Writers on the Range


Writers on the Range is opinion from the ground up.


Edward Abbey got the FBI interested in literature
According to documents made available through Freedom of Information Act, the FBI kept track of Abbey's writing and activities for 20 years, trying to determine whether the controversial author was a security threat to the United States.
Federal agents killed about 250,000 predators in 1987
For more than 60 years, very little has changed inside the federal Animal Damage Control division of the U.S. Department of Agriculture.
Grazing permits are valuable: You can bank on it
With all the fuss made about livestock grazing on public lands in the West, it is surprising to learn that they account for only 2 percent of U.S. livestock grazing. But to the rancher who depends on Western rangelands for pasture, it's a make or break situation.
Ecotage isn't a solution, it's part of the problem
The time for an ambiguous attitude toward ecotage passed with the announcement of the arrests in Arizona and the allegations of a plan to attack the Rocky Flats nuclear arsenal.
Biff! Pow! Bang! Three initiatives lose to big money
Last November, environmental activists waging underfinanced ballon initiative campaigns in South Dakota, Montana and Nebraska took beatings from well-funded experts.
Logging our way to economic poverty
Coos Bay, Ore., is awash in logs, but for the first time since 1936 there's not a single plywood or lumber mill operating in the area. Instead, there are foreign-flagged ships.
How dam opponents developed and refined a strategy
The battle against Two Forks Dam was fought with two strategies, one within and one outside of the EIS process.
Why Denver's concrete proposal got beat
Two Forks Dam is on the verge of veto because the economic currents are flowing against it, and the political currents are following.
What did not happen on the Great Plains
The Bureau of Reclamation's grandiose plans -- laid out in the 1971 North Central Power Study -- to turn parts of Montana, Wyoming and the Dakotas into an energy sacrifice area haven't come to pass.
The West is crippled by its resources
Writer Wallace Stegner has a rule of thumb: The more arid a state, the worse its congressional delegation. I have a corollary to that rule: The more a state is "blessed" with natural resources, tile worse off it will be economically, socially and politically.
INEL puts Idaho's political hypocrisy to a rough test
The Idaho National Energy Lab is the biggest blind spot in Idaho politics. Politicians who rail against the evils of big government while pulling every string for INEL projects are faithfully reflecting those who elect them.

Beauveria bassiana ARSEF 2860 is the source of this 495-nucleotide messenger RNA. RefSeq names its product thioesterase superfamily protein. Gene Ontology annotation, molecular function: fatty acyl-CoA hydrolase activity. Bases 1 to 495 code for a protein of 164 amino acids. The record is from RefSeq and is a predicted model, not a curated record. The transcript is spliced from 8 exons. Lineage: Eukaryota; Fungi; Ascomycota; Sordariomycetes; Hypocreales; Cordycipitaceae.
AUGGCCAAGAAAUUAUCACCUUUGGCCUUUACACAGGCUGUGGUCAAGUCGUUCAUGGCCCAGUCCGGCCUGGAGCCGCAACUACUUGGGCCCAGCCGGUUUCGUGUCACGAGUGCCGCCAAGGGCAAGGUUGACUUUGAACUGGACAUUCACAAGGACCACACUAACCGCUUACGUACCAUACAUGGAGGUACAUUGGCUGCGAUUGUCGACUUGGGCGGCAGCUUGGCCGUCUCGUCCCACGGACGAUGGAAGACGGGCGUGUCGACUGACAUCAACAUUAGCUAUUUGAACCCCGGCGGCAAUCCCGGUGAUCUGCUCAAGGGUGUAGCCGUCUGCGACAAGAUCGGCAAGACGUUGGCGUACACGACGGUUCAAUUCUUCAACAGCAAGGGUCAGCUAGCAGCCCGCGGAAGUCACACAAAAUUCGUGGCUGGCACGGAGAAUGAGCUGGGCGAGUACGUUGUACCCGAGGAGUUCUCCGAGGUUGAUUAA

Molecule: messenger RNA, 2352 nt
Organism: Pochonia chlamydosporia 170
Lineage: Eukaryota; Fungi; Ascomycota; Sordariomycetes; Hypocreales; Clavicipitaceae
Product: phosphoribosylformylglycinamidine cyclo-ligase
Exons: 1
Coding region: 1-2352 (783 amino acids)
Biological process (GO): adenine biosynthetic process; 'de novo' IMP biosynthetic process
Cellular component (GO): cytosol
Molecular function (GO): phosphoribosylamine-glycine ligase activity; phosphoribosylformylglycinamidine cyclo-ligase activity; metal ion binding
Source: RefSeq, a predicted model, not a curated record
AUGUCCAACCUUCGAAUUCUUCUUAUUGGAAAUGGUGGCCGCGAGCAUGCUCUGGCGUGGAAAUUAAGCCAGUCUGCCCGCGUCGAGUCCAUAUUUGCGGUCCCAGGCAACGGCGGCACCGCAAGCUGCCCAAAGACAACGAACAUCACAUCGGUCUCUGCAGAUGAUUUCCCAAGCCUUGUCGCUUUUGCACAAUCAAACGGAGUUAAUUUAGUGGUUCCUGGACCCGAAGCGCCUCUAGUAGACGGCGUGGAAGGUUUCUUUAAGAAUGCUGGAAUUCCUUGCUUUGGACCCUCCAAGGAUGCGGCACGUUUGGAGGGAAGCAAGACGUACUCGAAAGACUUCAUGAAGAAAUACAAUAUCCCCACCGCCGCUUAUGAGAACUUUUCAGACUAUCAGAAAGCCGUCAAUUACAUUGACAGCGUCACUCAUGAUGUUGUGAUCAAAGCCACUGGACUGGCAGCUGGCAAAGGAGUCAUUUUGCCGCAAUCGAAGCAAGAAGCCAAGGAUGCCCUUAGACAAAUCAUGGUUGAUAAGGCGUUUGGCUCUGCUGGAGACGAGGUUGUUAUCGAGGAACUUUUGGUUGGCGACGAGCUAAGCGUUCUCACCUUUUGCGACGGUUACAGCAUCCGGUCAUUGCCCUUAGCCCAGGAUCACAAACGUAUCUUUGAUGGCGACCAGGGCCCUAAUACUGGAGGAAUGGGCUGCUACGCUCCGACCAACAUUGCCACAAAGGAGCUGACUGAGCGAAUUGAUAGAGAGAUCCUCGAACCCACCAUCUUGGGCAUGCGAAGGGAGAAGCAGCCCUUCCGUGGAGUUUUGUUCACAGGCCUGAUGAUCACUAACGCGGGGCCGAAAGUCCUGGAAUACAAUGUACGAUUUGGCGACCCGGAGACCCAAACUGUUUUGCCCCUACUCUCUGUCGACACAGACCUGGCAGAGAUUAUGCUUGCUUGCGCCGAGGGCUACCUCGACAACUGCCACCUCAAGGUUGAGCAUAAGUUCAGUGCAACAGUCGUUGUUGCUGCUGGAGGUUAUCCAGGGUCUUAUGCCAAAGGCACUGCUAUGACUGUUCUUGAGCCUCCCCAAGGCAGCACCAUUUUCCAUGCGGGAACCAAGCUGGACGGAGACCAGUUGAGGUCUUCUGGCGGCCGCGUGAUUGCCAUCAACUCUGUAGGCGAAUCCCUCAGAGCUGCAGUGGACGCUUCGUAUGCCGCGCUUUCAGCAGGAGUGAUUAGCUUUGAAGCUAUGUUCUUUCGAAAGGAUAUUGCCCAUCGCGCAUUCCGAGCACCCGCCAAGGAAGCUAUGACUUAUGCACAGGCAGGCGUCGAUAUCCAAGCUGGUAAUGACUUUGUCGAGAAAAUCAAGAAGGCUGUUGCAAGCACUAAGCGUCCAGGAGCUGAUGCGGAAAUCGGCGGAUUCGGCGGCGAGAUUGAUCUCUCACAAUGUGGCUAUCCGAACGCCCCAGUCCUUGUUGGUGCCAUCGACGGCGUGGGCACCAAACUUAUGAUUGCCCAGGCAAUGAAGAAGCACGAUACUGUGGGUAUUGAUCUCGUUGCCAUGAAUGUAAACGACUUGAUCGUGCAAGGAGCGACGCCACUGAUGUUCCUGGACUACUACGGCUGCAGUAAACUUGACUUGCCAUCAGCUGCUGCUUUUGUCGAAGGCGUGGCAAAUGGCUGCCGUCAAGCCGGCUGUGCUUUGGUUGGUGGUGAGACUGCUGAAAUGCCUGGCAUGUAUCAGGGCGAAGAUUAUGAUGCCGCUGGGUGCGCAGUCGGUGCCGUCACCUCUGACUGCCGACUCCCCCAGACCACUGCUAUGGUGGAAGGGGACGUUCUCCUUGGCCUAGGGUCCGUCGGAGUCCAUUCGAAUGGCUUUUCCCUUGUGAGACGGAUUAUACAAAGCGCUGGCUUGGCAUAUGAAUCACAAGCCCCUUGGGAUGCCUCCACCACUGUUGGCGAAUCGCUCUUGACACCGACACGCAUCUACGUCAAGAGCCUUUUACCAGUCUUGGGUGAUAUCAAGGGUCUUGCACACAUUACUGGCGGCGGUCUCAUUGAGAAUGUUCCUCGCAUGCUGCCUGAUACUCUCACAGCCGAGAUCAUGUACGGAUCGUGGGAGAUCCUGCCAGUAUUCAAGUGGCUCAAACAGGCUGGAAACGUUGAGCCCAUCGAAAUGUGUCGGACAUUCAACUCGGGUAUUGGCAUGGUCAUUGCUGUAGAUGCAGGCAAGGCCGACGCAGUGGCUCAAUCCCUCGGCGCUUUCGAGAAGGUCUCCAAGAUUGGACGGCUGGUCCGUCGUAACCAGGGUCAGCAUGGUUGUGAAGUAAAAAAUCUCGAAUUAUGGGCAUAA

Save the forests: Let them burn
There is no getting around this ecological fact of life: Within nearly all forest communities of the Rocky Mountains, fires are essential form maintaining a healthy ecosystem.
O'Toole is the Adam Smith of forest economics
O'Toole has done all of us, including the Forest Service, a great favor. His genius and hard work have shown us that the national forests are governed by a welter of laws whose purpose and workings are exactly the same as those of the 1872 Mining Law.
Ranchers may be losing the war of the myths
The traditional view of the West and its wild rangeland is changing. No longer are conservationists and environmentalists a fringe interest group.
Phoenix and LA cast long shadows
Petrified Forest-Painted Desert National Park in northeastern Arizona is about 200 miles and a mountain range away from Phoenix, Ariz. But Phoenix, with help from even more distant Los Angeles, is the primary cause of air pollution at the park.
In the West, subsidy begets subsidy begets subsidy
Knowing that the history of water development in the West is marked by waste, fraud and assorted other abuses does not make it easier to accept new reminders that the government is pouring our money down some drain.
ORVs on public land require education and regulation
Lack of understanding of the fragility of our Western range and forest lands, combined with unenforced regulations, have allowed off-road vehicles to seriously damage our public lands.
McClure-Andrus wilderness bill is worse than nothing
The McClure-Andrus package is obviously superior, statewide, to McClure's 1984 proposal. But the transformation of public perceptions that we require has not occurred. Now the exigencies of substantially improving or fighting this legislation will dominate our time.
Hapless DOE: What a long, strange trip it's on
Transportation of nuclear waste is an issue waiting to get hot. Federal plans for finding a place to put it are unclear, but the government's ultimate goal is disposal of radioactive debris from the civilian reactor and nuclear weapons industries in a deep geologic formation.
Bringing wolves back will kill more than sheep
There is much to admire about the wolf. He is strong and brave and invisible to all except the lucky who catch fleeting glimpses of rare individuals. But let's save him for real wilderness where he won't impact ranchers or eagles or grizzlies. Let's be thankful he roams the Snake River plain no more.
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